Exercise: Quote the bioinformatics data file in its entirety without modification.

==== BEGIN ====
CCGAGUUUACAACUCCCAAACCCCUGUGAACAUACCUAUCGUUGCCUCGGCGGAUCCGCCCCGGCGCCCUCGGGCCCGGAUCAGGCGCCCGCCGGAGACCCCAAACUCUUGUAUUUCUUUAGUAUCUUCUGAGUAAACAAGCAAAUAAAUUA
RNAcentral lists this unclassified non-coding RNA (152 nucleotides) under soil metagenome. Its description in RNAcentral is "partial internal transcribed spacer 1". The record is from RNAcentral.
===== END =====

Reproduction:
CCGAGUUUACAACUCCCAAACCCCUGUGAACAUACCUAUCGUUGCCUCGGCGGAUCCGCCCCGGCGCCCUCGGGCCCGGAUCAGGCGCCCGCCGGAGACCCCAAACUCUUGUAUUUCUUUAGUAUCUUCUGAGUAAACAAGCAAAUAAAUUA
RNAcentral lists this unclassified non-coding RNA (152 nucleotides) under soil metagenome. Its description in RNAcentral is "partial internal transcribed spacer 1". The record is from RNAcentral.